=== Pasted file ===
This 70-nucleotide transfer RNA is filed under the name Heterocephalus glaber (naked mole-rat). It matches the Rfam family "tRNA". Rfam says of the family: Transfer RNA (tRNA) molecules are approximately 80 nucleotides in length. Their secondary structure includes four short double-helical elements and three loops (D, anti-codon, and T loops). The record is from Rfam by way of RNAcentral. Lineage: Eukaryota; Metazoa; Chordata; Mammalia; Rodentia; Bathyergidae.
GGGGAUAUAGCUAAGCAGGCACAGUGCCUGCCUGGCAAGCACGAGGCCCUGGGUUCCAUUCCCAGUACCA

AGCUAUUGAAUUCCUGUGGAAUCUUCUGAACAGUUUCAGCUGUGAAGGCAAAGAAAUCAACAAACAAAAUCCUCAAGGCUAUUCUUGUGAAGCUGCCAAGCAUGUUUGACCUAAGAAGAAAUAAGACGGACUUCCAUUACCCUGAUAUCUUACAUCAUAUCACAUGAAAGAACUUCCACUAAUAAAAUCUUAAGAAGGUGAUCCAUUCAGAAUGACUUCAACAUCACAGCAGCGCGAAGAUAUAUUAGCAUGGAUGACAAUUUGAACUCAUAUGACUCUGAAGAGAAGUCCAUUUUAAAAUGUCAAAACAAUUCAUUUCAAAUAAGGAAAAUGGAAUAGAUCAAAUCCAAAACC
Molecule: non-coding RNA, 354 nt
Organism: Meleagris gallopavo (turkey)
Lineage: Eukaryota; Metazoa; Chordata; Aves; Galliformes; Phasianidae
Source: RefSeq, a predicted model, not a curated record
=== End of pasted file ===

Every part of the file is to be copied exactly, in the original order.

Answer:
This 70-nucleotide transfer RNA is filed under the name Heterocephalus glaber (naked mole-rat). It matches the Rfam family "tRNA". Rfam says of the family: Transfer RNA (tRNA) molecules are approximately 80 nucleotides in length. Their secondary structure includes four short double-helical elements and three loops (D, anti-codon, and T loops). The record is from Rfam by way of RNAcentral. Lineage: Eukaryota; Metazoa; Chordata; Mammalia; Rodentia; Bathyergidae.
GGGGAUAUAGCUAAGCAGGCACAGUGCCUGCCUGGCAAGCACGAGGCCCUGGGUUCCAUUCCCAGUACCA

AGCUAUUGAAUUCCUGUGGAAUCUUCUGAACAGUUUCAGCUGUGAAGGCAAAGAAAUCAACAAACAAAAUCCUCAAGGCUAUUCUUGUGAAGCUGCCAAGCAUGUUUGACCUAAGAAGAAAUAAGACGGACUUCCAUUACCCUGAUAUCUUACAUCAUAUCACAUGAAAGAACUUCCACUAAUAAAAUCUUAAGAAGGUGAUCCAUUCAGAAUGACUUCAACAUCACAGCAGCGCGAAGAUAUAUUAGCAUGGAUGACAAUUUGAACUCAUAUGACUCUGAAGAGAAGUCCAUUUUAAAAUGUCAAAACAAUUCAUUUCAAAUAAGGAAAAUGGAAUAGAUCAAAUCCAAAACC
Molecule: non-coding RNA, 354 nt
Organism: Meleagris gallopavo (turkey)
Lineage: Eukaryota; Metazoa; Chordata; Aves; Galliformes; Phasianidae
Source: RefSeq, a predicted model, not a curated record